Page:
Hubris - Obama's Note for History

Hubris - Obama's Note for History

President Obama wrote a stirring note to the new President moments before he surrendered the presidency to Donald Trump. He left it in the top drawer of the desk in the Oval Office. Ostensibly, it was a private note from him, not one to be shared publicly.

He touched on the pillars of our society which be felt both spoke of him and of his impact as President: 1) individual merits, not inherited status; 2) leadership internationally, not pulling up the draw bridge to the world; and 3) safeguarding democratic institutions and traditions, most specifically racial equality, the richness of immigration, human rights and human dignity.

I suspect he wanted people to be surprised when the letter became public. But he knew better after eight years in office – knew that it would be seen by all in time. Seen in this light, the note is brilliantly and carefully written with a view toward history, not to counseling Trump. In fact, there is little reason to think that he harbored even a glimmer of hope that Trump would follow his counsel.

He knew his successor was a birther, a man who shared absolutely nothing with him, who held a totally different personal and world view.

The reaction in the media, as soon as the letter became public, was to view it as a last ditch effort by Obama to reach Trump. And, that I suspect is what Obama wanted people to think.

But, what Obama really wanted more, and accomplished, was to define his legacy. His whole stratagem, knowing he had nothing at all in common with Trump and certainly couldn’t influence him, was to single handedly write his own story – and in one brief letter – about his emphases and his priorities, and his accomplishments. It was a calculated move, brilliantly executed to speak to history.

Obama's full note reads as follows:

Dear Mr. President,

Congratulations on a remarkable run. Millions have placed their hopes in you, and all of us, regardless of party, should hope for expanded prosperity and security during your tenure.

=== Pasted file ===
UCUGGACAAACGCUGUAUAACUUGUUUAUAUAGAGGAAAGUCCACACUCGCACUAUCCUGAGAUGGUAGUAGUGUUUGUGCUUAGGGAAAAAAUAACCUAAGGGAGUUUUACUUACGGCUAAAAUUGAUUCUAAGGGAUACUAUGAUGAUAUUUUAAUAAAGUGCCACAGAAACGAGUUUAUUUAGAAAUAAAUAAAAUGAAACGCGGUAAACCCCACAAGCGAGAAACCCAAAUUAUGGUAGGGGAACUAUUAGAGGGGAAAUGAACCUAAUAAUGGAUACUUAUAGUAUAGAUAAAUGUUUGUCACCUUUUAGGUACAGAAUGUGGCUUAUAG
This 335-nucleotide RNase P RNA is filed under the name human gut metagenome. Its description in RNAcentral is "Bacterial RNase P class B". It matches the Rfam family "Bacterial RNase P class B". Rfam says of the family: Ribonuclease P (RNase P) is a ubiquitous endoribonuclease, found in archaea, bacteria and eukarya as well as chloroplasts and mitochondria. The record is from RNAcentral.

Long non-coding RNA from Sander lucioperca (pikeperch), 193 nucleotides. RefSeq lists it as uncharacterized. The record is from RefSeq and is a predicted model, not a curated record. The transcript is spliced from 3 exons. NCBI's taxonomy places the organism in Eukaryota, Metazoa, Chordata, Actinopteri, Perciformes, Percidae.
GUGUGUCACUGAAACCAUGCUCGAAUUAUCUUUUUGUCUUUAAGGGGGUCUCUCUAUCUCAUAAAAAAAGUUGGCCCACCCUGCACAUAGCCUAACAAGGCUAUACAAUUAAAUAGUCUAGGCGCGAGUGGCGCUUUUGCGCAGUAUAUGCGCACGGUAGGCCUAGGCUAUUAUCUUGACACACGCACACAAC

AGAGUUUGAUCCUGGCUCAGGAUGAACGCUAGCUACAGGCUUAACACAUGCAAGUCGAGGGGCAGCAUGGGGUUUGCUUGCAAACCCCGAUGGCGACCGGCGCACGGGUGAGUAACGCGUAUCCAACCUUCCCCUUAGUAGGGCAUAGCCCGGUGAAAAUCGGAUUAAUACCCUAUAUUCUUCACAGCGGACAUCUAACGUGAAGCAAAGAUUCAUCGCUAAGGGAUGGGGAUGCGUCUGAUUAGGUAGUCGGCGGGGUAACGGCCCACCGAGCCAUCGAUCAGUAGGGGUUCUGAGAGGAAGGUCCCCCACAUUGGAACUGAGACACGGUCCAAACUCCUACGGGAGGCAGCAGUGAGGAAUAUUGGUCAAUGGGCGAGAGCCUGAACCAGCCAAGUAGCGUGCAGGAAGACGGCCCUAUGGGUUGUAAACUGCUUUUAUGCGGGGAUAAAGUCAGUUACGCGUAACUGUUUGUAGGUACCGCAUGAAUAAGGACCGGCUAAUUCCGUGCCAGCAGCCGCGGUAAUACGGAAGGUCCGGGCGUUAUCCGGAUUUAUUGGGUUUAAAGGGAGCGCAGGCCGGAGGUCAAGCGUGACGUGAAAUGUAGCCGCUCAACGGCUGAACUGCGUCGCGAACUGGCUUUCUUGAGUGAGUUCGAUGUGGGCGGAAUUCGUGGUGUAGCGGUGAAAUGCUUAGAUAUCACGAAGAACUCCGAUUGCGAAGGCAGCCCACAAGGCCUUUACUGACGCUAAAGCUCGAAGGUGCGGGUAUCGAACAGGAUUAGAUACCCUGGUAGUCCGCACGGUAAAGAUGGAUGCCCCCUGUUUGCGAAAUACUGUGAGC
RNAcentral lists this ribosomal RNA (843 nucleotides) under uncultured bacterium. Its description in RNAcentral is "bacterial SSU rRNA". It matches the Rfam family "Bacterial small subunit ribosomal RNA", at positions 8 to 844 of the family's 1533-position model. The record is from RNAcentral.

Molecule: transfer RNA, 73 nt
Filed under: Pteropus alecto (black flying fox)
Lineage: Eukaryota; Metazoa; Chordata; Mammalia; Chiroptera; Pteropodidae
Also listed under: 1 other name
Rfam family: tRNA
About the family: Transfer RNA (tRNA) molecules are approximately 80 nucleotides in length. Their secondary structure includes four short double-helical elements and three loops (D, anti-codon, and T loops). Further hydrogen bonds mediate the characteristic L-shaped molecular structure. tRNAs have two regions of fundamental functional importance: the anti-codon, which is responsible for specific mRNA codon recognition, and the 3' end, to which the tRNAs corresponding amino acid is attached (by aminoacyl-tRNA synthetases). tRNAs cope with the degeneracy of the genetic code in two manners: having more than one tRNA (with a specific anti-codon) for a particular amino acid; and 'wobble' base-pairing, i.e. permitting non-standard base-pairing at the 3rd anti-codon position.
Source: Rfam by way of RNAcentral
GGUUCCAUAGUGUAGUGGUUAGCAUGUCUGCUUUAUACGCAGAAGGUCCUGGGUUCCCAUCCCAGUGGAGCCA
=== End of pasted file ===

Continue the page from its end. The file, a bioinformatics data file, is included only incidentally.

This is a unique office, without a clear blueprint for success, so I don’t know that any advice from me will be particularly helpful. Still, let me offer a few reflections from the past 8 years. First, we’ve both been blessed, in different ways, with great good fortune. Not everyone is so lucky. It’s up to us to do everything we can build more ladders of success for every child and family that’s willing to work hard.

Second, American leadership in this world really is indispensable. It’s up to us, through action and example, to sustain the international order that’s expanded steadily since the end of the Cold War, and upon which our own wealth and safety depend.

Third, we are just temporary occupants of this office. That makes us guardians of those democratic institutions and traditions ? like rule of law, separation of powers, equal protection and civil liberties ? that our forebears fought and bled for. Regardless of the push and pull of daily politics, it’s up to us to leave those instruments of our democracy at least as strong as we found them.

And finally, take time, in the rush of events and responsibilities, for friends and family. They’ll get you through the inevitable rough patches.

Michelle and I wish you and Melania the very best as you embark on this great adventure, and know that we stand ready to help in any ways which we can.

Good luck and Godspeed,


Daniel Socolow
Daniel Socolow: President, Socolow Group. Former Director of the MacArthur Fellows Program, President of the American University of Paris, Vice President of Spelman College. BA, MA, Ph.D.

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